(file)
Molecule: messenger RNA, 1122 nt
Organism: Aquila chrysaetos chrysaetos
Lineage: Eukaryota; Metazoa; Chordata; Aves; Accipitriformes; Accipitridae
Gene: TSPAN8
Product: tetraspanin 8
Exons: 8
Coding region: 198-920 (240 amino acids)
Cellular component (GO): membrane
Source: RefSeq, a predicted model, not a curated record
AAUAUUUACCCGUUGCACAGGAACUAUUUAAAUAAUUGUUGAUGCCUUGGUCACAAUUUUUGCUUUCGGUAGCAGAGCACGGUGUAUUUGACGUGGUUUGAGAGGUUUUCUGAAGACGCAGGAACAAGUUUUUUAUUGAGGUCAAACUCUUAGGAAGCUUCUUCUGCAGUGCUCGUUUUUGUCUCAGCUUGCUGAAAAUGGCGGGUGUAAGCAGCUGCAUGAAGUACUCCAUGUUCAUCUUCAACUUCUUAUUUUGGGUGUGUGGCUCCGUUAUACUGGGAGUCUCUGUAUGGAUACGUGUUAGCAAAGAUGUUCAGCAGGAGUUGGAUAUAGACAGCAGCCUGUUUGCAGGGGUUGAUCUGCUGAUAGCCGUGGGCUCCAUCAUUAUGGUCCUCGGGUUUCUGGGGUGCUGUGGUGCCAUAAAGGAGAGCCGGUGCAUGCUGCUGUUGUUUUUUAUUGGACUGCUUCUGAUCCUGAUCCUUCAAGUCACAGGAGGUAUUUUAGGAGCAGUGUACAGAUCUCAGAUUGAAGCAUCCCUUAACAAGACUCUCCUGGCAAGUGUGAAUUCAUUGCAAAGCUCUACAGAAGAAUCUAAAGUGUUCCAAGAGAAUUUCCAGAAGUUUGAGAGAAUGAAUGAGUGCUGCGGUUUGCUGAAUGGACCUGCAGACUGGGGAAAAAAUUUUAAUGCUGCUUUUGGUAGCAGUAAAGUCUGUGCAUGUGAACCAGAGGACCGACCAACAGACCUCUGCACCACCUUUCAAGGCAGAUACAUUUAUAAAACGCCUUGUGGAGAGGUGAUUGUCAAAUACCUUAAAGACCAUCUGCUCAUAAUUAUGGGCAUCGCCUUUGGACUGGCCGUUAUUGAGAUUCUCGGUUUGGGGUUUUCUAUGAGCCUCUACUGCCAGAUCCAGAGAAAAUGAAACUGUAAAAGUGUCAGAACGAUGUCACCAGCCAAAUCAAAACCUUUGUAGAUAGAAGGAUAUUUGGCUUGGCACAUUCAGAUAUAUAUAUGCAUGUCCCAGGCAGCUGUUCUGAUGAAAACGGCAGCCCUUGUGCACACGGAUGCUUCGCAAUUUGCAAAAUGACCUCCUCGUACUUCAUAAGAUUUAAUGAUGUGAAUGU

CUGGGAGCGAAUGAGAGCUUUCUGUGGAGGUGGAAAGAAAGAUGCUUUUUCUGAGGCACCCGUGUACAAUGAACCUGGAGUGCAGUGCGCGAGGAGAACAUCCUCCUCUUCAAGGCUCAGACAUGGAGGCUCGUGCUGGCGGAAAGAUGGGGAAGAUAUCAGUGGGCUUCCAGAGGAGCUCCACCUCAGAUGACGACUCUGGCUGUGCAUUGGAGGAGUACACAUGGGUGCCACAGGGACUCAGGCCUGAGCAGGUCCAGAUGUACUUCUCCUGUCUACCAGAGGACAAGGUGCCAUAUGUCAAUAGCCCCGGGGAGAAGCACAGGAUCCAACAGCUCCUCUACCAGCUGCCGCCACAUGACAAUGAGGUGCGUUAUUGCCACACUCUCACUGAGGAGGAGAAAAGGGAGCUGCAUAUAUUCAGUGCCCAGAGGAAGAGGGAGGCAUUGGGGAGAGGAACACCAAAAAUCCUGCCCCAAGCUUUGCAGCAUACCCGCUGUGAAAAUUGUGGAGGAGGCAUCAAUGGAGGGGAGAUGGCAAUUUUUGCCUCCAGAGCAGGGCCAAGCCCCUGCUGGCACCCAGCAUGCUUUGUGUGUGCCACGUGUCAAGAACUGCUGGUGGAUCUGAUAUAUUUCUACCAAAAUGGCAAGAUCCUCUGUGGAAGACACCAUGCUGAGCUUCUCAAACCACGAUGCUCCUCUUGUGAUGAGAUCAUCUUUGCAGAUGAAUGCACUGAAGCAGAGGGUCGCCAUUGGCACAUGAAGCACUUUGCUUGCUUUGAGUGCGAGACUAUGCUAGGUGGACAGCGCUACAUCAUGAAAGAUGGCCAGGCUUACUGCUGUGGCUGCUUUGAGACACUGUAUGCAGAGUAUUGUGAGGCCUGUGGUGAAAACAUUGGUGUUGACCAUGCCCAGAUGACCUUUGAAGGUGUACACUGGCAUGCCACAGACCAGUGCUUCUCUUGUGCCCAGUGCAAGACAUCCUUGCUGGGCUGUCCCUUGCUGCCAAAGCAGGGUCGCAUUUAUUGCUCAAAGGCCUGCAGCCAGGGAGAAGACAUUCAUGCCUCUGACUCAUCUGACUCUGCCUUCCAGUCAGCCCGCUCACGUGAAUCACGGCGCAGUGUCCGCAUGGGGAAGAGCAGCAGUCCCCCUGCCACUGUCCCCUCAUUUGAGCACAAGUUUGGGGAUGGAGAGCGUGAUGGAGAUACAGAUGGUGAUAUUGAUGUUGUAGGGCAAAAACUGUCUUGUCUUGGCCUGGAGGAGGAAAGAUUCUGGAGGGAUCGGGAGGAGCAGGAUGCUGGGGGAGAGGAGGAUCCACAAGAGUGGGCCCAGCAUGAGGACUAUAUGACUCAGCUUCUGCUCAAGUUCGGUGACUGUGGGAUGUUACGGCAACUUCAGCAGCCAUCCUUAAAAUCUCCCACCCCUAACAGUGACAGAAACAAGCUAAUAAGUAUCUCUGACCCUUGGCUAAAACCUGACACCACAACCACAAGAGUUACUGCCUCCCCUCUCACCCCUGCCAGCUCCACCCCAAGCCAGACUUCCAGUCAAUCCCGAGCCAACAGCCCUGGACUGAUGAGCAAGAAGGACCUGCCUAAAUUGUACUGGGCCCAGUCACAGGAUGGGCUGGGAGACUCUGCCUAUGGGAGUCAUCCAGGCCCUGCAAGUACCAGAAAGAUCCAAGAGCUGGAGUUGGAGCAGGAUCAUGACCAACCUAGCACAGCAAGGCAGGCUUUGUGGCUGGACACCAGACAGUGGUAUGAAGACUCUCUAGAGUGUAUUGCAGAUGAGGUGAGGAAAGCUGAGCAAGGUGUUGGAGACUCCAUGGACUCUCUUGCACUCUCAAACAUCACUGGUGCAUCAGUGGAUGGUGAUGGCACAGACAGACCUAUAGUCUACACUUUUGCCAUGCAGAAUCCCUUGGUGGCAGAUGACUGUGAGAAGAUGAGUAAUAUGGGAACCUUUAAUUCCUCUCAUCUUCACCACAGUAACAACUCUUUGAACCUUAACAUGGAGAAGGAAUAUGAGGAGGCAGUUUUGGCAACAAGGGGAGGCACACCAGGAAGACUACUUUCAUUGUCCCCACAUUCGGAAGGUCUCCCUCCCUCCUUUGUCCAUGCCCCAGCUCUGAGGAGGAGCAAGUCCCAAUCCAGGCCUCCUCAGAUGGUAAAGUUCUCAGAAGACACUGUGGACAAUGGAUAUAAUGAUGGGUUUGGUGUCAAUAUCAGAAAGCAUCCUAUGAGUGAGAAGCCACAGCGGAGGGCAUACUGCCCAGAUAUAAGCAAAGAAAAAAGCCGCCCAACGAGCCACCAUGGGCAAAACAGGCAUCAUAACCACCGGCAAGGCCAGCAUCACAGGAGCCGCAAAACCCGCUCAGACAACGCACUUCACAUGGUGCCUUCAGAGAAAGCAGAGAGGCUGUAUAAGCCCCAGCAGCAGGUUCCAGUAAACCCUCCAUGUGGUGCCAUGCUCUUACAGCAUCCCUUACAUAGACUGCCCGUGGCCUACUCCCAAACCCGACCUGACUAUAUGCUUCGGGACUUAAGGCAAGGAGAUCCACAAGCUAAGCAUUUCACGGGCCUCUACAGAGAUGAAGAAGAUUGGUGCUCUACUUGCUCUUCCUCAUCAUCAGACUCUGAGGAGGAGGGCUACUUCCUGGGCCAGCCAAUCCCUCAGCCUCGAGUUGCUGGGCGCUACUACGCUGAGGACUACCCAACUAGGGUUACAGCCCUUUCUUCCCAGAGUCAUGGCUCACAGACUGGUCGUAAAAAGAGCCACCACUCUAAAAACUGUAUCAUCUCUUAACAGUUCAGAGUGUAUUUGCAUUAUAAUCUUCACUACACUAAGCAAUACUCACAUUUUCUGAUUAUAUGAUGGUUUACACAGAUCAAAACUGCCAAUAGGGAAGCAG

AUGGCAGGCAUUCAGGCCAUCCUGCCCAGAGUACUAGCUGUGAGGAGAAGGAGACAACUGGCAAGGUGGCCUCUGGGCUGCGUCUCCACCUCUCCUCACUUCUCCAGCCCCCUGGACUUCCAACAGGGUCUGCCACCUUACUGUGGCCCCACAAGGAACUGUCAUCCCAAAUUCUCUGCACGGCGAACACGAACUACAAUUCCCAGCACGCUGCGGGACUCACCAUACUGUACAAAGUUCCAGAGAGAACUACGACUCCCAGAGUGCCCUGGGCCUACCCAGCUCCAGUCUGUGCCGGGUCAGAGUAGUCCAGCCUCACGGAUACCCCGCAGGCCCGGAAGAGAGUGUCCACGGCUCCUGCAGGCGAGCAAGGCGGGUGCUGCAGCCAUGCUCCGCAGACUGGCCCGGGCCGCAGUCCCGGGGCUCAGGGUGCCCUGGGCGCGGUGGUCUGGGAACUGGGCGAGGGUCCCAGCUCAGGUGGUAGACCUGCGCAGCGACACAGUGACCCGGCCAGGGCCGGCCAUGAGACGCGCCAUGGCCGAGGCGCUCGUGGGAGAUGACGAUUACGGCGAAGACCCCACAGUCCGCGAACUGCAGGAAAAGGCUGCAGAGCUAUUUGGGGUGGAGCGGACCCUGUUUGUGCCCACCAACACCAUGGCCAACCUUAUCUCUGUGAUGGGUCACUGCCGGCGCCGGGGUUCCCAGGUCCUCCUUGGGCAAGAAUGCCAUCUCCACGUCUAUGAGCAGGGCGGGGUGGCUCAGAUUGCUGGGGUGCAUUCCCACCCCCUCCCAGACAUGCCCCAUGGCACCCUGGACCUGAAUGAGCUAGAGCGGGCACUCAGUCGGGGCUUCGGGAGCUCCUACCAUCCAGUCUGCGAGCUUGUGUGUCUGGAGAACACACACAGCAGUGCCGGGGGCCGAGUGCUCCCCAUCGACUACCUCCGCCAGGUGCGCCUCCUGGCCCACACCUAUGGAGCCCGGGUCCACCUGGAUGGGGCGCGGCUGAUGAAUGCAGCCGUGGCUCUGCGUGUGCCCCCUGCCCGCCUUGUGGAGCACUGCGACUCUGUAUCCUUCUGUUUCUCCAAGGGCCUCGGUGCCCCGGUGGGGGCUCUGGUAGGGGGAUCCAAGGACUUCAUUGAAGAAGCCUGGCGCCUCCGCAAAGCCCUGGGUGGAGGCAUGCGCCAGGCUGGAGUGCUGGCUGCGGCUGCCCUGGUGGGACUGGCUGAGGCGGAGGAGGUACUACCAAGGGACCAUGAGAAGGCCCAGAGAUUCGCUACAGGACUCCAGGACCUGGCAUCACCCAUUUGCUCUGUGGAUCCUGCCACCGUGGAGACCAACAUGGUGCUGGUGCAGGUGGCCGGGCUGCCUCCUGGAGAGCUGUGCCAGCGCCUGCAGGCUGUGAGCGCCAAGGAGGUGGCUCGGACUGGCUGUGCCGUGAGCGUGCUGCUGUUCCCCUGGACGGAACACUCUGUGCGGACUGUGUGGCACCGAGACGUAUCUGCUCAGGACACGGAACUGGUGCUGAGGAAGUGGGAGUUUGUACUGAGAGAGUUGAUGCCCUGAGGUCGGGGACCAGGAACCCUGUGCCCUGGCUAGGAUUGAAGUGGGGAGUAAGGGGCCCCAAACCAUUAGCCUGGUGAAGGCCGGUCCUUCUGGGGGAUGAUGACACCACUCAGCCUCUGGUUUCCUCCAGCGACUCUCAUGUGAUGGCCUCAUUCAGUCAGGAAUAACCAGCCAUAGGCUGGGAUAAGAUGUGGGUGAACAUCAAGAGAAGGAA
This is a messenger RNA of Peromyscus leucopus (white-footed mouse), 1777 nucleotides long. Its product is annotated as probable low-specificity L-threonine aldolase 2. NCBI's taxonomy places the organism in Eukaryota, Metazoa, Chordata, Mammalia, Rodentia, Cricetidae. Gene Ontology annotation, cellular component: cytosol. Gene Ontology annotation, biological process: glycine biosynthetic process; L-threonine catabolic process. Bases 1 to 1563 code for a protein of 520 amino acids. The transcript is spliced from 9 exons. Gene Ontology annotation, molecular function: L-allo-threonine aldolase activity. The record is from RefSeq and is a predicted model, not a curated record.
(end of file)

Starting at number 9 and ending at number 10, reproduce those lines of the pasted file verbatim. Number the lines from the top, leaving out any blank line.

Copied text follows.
Source: RefSeq, a predicted model, not a curated record
AAUAUUUACCCGUUGCACAGGAACUAUUUAAAUAAUUGUUGAUGCCUUGGUCACAAUUUUUGCUUUCGGUAGCAGAGCACGGUGUAUUUGACGUGGUUUGAGAGGUUUUCUGAAGACGCAGGAACAAGUUUUUUAUUGAGGUCAAACUCUUAGGAAGCUUCUUCUGCAGUGCUCGUUUUUGUCUCAGCUUGCUGAAAAUGGCGGGUGUAAGCAGCUGCAUGAAGUACUCCAUGUUCAUCUUCAACUUCUUAUUUUGGGUGUGUGGCUCCGUUAUACUGGGAGUCUCUGUAUGGAUACGUGUUAGCAAAGAUGUUCAGCAGGAGUUGGAUAUAGACAGCAGCCUGUUUGCAGGGGUUGAUCUGCUGAUAGCCGUGGGCUCCAUCAUUAUGGUCCUCGGGUUUCUGGGGUGCUGUGGUGCCAUAAAGGAGAGCCGGUGCAUGCUGCUGUUGUUUUUUAUUGGACUGCUUCUGAUCCUGAUCCUUCAAGUCACAGGAGGUAUUUUAGGAGCAGUGUACAGAUCUCAGAUUGAAGCAUCCCUUAACAAGACUCUCCUGGCAAGUGUGAAUUCAUUGCAAAGCUCUACAGAAGAAUCUAAAGUGUUCCAAGAGAAUUUCCAGAAGUUUGAGAGAAUGAAUGAGUGCUGCGGUUUGCUGAAUGGACCUGCAGACUGGGGAAAAAAUUUUAAUGCUGCUUUUGGUAGCAGUAAAGUCUGUGCAUGUGAACCAGAGGACCGACCAACAGACCUCUGCACCACCUUUCAAGGCAGAUACAUUUAUAAAACGCCUUGUGGAGAGGUGAUUGUCAAAUACCUUAAAGACCAUCUGCUCAUAAUUAUGGGCAUCGCCUUUGGACUGGCCGUUAUUGAGAUUCUCGGUUUGGGGUUUUCUAUGAGCCUCUACUGCCAGAUCCAGAGAAAAUGAAACUGUAAAAGUGUCAGAACGAUGUCACCAGCCAAAUCAAAACCUUUGUAGAUAGAAGGAUAUUUGGCUUGGCACAUUCAGAUAUAUAUAUGCAUGUCCCAGGCAGCUGUUCUGAUGAAAACGGCAGCCCUUGUGCACACGGAUGCUUCGCAAUUUGCAAAAUGACCUCCUCGUACUUCAUAAGAUUUAAUGAUGUGAAUGU